Methods: Using data from a NIAAA-funded study (AA0755409) of the impact of maternal alcohol involvement on child well-being, we conducted a confirmatory factor analysis (CFA) of the AEQ-A with a sample of 313 youth, ages 10-16, to determine whether the two-factor, positive and negative structure held for this sample. To examine measurement invariance, we evaluated a series of multiple-group CFA models in which we tested for the equivalence of the (a) overall factor structure, (b) factor loadings, (c) intercepts, and (d) residual errors across the background variables.
Results: To replicate the previous analyses, 28 of the original 90 scale items were included in the CFA. The latent negative expectancy factor was indicated by four items; the latent positive expectancy factor was indicated by four subscales [social enhancement (5 items), personal power (7 items), cognitive/motor enhancement (5 items), and tension reduction (7items)]. Fit indices indicated that the model adequately fit the data [chi2=42.6; df =18; chi2/df ratio=2.4:1; CFI=.95; TLI=.91; RMSEA=.07 (p =.09); SRMR=.05]. All indicators loaded significantly on their respective factors. Each of the four dimensions of measurement invariance was confirmed by gender. However, only the basic factor structure was invariant based on race or age differences; factor loadings, intercepts, and errors varied in these groups.
Implications: Our findings have important implications for alcohol prevention strategies that focus on altering beliefs about the expected benefits of alcohol use. The results support evidence of a two-factor, positive and negative structure for the AEQ-A. Although our data indicate that the AEQ-A assesses equivalent alcohol expectancy constructs among males and females, the same conclusions can not be drawn for race or age-based groups. This suggests that the AEQ-A may assess somewhat different constructs for youth from different racial groups or of different ages. Further research is needed to confirm this finding and to determine the impact on the efforts of alcohol prevention specialists to reduce underage drinking.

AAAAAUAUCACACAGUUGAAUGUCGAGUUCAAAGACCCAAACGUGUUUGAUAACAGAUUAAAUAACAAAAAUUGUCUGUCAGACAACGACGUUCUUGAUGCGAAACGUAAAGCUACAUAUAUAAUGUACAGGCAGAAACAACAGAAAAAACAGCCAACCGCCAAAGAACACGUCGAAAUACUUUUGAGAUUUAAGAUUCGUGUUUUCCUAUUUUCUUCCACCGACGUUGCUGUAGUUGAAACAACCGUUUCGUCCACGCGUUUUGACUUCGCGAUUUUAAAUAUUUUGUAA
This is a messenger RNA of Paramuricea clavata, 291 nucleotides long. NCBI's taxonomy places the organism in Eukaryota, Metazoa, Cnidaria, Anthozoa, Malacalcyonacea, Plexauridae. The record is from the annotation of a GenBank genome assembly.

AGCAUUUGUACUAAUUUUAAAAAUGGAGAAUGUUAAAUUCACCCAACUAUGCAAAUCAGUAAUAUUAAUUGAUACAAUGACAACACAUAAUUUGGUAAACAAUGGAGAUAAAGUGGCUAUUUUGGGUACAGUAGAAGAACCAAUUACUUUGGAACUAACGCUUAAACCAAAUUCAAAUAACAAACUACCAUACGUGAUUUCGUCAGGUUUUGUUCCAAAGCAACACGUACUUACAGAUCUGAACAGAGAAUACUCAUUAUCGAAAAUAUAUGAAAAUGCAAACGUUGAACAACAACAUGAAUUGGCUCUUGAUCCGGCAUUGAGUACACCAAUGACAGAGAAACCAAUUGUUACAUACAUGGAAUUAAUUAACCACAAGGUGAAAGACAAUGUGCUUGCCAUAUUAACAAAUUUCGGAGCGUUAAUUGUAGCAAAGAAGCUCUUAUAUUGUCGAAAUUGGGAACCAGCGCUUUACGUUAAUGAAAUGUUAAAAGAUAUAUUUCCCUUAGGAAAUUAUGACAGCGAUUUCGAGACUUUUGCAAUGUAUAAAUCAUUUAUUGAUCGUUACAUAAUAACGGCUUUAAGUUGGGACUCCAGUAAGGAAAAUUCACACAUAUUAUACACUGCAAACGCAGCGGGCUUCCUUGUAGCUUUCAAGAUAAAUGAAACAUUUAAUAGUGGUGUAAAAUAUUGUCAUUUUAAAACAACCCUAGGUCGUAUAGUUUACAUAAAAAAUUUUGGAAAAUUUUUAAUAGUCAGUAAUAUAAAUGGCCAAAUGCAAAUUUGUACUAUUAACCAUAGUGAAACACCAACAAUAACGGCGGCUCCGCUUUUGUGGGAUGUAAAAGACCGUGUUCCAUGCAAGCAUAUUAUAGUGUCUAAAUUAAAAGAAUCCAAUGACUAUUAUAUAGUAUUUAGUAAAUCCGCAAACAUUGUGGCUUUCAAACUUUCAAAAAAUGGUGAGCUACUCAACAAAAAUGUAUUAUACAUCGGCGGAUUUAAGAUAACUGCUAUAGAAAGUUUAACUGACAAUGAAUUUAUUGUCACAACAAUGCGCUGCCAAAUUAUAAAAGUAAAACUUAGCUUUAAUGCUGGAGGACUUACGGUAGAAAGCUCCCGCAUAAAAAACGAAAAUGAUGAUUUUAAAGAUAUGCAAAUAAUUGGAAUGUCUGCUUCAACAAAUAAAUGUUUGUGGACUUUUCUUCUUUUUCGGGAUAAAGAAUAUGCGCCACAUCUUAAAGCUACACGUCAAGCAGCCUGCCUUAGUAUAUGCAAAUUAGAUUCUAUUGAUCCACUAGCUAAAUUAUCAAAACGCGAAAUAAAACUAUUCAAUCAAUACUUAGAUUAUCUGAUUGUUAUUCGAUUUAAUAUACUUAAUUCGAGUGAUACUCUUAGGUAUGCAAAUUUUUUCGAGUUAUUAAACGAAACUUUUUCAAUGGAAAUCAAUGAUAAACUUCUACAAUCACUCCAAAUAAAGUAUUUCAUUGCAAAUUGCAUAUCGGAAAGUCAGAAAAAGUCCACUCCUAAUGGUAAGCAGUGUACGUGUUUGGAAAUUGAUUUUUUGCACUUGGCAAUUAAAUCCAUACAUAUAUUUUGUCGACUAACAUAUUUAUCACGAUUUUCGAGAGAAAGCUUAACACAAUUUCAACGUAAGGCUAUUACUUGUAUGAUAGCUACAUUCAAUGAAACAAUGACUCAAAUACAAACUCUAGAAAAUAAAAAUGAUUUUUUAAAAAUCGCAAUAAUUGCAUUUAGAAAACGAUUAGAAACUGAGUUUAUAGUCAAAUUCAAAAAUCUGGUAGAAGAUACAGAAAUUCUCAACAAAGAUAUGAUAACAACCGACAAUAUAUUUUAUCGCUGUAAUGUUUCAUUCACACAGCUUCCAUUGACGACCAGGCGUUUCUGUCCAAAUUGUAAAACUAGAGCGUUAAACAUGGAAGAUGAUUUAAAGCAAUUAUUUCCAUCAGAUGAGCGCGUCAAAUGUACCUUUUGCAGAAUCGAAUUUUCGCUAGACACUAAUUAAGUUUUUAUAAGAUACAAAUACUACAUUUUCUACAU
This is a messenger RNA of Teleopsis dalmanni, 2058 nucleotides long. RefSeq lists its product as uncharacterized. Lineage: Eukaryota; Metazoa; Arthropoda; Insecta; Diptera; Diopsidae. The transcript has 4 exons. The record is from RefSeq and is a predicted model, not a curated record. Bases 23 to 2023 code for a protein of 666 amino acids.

EDUCATIONAL SUCCESS AND ADULT HEALTH: FINDINGS FROM THE CHICAGO LONGITUDINAL STUDY. James Dimitri Topitzes1, Geetika Tiwari1, Olga Godes1, Sudakshina Ceglarek1, Joshua Mersky1, Arthur Reynolds1, 1University of Wisconsin-Madison, Madison, WI United States
Research indicates that educational attainment is related to health risk behaviors, general health, and mental health (e.g., Ross & Wu, 1995). Building on such work, the current investigation explores relationships between education-related variables and health-related indicators in the Chicago Longitudinal Study (CLS). The CLS is a long-term evaluation of the Chicago Child-Parent Centers (CPC), a school-based early childhood intervention for low-income children. The study follows a predominantly African-American sample of students who attended either CPC preschool or an alternative Chicago area program in the mid 1980s. Data for current analyses is drawn from a recently administered survey of 1131 CLS participants, ages 22-24. Three questions are addressed: (1) what are the major adult health and mental health measures; (2) how are these measures related to each other; and (3) how are these measures related to CPC preschool participation, reading achievement scores, and highest grade completed?
Regarding question 1, after conducting reliability and validity tests the following were selected as outcome measures: self-report health status, health insurance coverage, health care access, chronic health problems, tobacco use, substance use, teen parenthood, life satisfaction, and depression.